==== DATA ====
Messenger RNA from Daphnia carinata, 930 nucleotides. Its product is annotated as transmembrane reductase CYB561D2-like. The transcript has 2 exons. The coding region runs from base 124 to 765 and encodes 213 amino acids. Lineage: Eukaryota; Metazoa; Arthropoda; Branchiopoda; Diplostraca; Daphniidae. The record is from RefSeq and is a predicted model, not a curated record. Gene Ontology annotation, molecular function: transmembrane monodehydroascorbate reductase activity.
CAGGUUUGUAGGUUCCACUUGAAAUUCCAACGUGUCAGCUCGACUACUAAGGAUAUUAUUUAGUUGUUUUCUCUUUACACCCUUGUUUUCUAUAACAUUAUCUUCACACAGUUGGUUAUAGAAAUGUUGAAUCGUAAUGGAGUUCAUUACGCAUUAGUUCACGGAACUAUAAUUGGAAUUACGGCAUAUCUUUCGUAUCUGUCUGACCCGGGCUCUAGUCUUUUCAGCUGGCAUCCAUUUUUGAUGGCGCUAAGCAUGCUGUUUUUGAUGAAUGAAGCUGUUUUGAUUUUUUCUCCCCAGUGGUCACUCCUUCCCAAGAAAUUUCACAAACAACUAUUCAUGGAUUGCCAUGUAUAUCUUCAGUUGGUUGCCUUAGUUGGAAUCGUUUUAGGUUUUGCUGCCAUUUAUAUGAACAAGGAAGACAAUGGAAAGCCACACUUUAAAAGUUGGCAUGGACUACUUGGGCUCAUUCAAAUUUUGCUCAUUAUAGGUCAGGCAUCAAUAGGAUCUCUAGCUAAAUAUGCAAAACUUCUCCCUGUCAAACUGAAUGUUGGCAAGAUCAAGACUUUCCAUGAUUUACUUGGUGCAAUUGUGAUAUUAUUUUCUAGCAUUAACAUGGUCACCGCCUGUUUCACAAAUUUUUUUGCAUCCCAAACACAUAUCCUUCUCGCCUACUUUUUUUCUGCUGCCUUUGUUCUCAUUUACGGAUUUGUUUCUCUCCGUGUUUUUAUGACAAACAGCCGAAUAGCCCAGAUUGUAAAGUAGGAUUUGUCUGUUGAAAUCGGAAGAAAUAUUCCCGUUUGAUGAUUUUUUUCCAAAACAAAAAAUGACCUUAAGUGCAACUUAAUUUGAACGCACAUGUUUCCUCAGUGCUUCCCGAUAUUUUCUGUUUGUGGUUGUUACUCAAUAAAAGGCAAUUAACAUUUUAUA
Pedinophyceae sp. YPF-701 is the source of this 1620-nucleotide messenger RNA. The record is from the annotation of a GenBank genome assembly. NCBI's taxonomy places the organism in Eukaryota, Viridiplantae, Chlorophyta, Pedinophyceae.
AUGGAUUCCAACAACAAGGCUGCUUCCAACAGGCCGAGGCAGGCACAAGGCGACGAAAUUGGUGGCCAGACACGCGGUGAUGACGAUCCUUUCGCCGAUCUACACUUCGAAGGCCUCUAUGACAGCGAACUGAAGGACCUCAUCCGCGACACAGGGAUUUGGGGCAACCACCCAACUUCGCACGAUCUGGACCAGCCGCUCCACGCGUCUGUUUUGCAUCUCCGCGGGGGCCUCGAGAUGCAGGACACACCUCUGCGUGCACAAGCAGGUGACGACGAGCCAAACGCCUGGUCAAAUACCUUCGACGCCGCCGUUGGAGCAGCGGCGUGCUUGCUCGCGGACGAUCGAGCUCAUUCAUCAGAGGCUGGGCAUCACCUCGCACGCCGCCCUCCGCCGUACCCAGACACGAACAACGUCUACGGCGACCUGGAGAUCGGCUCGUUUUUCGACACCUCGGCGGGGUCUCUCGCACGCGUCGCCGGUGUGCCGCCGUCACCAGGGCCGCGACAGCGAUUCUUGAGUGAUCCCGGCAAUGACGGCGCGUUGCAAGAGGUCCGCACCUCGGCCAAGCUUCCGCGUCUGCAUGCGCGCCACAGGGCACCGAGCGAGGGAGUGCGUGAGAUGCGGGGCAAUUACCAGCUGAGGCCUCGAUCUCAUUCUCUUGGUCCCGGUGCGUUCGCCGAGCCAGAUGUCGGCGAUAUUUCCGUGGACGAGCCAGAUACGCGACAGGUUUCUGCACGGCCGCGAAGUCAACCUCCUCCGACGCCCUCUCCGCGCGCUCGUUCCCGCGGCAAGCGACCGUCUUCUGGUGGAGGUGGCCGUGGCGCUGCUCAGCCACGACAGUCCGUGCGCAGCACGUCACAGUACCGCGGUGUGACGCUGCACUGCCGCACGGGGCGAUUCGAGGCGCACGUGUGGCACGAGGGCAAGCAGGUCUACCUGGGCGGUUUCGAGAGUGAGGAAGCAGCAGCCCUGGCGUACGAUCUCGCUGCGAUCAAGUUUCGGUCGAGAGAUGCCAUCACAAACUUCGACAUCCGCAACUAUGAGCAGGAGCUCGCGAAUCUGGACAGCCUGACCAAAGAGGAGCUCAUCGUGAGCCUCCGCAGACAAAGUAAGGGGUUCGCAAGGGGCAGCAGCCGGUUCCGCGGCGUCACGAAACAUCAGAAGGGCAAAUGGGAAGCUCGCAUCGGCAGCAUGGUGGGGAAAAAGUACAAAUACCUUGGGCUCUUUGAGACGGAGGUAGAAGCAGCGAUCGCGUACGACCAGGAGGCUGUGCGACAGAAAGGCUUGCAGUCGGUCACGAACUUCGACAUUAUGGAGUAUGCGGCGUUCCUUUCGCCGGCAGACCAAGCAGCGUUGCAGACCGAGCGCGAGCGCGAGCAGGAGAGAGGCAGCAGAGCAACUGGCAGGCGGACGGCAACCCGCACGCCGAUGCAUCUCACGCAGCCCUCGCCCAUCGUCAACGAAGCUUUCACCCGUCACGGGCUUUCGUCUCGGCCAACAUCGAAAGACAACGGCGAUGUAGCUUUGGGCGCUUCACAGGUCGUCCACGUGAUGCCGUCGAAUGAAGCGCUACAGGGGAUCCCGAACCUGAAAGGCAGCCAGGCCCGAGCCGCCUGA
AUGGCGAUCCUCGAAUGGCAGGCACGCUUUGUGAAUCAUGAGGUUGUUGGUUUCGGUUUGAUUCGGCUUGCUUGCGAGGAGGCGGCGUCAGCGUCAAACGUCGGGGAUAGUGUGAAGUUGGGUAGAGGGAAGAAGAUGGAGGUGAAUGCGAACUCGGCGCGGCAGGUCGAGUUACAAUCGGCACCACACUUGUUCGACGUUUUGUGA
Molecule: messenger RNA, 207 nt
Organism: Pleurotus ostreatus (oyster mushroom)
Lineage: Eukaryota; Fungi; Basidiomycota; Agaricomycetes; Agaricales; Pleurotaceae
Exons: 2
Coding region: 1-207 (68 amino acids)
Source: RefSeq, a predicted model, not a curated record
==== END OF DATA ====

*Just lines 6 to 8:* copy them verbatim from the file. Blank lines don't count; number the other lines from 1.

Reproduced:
Molecule: messenger RNA, 207 nt
Organism: Pleurotus ostreatus (oyster mushroom)
Lineage: Eukaryota; Fungi; Basidiomycota; Agaricomycetes; Agaricales; Pleurotaceae